And I found myself going through old pictures of that place and praying through faces I don’t see anymore and longing for the day when the divide between material and spiritual will once again be broken.

And the Word will come back and fix all the brokenness he finds. Turkey-1 Turkey-2 Turkey-3 Turkey-4 Turkey-5 Turkey-7Turkey-6Turkey-8 Turkey-9 Turkey-12Turkey-10 Turkey-11Turkey-13 Turkey-14 Turkey-15 Turkey-16 Turkey-17 Turkey-19Turkey-20Turkey-21Turkey-18

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Clara

When I started grad school, I was quickly convinced that everything about it was absolutely terrible. Obviously I slowly came around and eventually signed on for 4 (5?) more years, but that first year was brutal. Along the way I did make a wonderful friend. Shannon was my fellow first year buddy, my fellow wide-eyed, overwhelmed, lost, tired soul. Two weeks ago Shannon became a mother to this perfect baby girl, Clara. I was so thrilled to stop in for newborn toes, squishy baby snuggles, and tiny  hands. Welcome to the world little one.  Clara-62 Clara-77 Untitled-2 Clara-55 Clara-110 Untitled-3Clara-115Clara-8 Clara-30 Clara-48 Clara-53 Clara-43Untitled-1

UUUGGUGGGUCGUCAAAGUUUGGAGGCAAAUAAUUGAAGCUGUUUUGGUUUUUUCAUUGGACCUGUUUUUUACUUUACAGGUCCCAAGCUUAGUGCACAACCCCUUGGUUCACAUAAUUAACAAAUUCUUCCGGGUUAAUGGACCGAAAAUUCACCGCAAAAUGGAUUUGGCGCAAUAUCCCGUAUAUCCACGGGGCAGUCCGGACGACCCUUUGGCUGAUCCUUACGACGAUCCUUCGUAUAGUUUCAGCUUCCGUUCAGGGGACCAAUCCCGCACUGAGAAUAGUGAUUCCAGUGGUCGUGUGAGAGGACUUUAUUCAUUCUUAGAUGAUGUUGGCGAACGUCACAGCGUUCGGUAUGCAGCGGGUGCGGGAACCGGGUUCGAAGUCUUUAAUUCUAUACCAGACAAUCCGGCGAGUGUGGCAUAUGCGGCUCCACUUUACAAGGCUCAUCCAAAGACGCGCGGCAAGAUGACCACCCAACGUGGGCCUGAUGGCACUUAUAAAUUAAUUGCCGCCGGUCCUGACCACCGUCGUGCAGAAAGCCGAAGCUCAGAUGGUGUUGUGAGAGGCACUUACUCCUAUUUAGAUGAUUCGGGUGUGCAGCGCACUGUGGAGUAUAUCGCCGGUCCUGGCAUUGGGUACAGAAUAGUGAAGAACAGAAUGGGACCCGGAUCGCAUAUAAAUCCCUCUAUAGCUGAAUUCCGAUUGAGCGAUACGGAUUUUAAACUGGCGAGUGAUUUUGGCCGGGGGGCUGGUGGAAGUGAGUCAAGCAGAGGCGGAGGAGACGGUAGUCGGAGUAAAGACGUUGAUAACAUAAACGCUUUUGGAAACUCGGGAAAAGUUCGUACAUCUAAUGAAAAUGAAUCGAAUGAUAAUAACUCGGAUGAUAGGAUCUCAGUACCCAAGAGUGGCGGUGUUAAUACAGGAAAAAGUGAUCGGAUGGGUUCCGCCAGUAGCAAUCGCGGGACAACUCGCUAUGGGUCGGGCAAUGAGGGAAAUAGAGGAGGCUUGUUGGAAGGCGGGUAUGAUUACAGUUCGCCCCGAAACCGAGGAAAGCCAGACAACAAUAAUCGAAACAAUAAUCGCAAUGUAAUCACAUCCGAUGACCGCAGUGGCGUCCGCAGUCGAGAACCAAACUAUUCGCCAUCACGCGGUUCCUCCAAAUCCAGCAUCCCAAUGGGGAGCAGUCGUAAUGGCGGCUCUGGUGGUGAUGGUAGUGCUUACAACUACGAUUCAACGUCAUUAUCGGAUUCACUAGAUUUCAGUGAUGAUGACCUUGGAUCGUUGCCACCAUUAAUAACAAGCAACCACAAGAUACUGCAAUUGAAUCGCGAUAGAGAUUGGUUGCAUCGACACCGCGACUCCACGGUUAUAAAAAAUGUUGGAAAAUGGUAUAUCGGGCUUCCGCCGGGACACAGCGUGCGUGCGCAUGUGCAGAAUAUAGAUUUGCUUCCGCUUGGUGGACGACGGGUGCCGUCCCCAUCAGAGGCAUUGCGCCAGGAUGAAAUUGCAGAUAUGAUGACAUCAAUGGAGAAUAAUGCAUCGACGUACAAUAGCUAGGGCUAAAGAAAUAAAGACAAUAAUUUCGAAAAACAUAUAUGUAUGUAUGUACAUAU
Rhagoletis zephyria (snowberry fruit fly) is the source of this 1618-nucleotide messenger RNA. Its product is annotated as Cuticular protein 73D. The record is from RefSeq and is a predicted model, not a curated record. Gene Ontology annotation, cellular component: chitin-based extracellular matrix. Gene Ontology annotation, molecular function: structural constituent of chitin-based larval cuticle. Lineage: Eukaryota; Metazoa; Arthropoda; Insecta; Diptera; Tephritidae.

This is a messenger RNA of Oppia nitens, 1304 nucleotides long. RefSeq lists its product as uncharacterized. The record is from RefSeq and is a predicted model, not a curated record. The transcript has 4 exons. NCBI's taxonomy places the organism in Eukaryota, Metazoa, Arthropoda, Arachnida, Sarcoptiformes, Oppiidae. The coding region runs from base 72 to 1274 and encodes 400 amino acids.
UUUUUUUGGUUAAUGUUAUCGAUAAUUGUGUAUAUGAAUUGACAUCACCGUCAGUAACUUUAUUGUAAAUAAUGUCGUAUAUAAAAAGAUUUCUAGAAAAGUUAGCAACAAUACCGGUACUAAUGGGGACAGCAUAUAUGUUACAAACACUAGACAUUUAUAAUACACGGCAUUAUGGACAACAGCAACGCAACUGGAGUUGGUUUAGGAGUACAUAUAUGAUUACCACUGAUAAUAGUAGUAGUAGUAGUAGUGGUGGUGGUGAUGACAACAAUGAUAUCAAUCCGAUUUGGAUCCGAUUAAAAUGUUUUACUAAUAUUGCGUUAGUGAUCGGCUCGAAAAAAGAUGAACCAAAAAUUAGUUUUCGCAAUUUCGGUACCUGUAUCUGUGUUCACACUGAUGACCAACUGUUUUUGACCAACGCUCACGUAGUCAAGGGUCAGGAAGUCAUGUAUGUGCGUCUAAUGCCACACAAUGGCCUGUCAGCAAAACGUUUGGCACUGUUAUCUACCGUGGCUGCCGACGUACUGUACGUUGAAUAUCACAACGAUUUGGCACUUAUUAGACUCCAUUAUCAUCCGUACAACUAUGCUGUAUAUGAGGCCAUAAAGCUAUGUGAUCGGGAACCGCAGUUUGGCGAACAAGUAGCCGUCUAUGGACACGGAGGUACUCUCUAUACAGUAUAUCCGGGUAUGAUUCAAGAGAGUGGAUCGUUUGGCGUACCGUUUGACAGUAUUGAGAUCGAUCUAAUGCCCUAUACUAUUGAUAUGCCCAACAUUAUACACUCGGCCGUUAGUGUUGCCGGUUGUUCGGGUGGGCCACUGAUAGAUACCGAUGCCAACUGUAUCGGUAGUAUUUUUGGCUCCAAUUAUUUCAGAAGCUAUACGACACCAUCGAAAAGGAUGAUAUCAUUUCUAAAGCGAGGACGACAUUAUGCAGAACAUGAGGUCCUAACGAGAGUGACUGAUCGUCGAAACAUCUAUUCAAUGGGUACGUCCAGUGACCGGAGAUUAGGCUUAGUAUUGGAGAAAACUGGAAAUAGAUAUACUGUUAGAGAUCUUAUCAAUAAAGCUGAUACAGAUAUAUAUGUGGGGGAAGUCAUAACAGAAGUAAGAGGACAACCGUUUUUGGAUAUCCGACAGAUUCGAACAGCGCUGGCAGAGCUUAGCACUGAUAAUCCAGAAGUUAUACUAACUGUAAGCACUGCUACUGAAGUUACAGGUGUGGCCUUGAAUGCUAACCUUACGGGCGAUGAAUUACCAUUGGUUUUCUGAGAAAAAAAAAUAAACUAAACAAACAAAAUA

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Out-takes: Wedding style.

You are probably wondering why I am flooding this blog with more wedding photos, especially since this isn’t some sort of anniversary, nor is it one of those days the Internet dedicates to old pictures of ourselves, nor do I have any actual point or advice to share which correlates to these images. Nope. Nada. Zilch.

But it all started with takeout from P.F. Chang’s.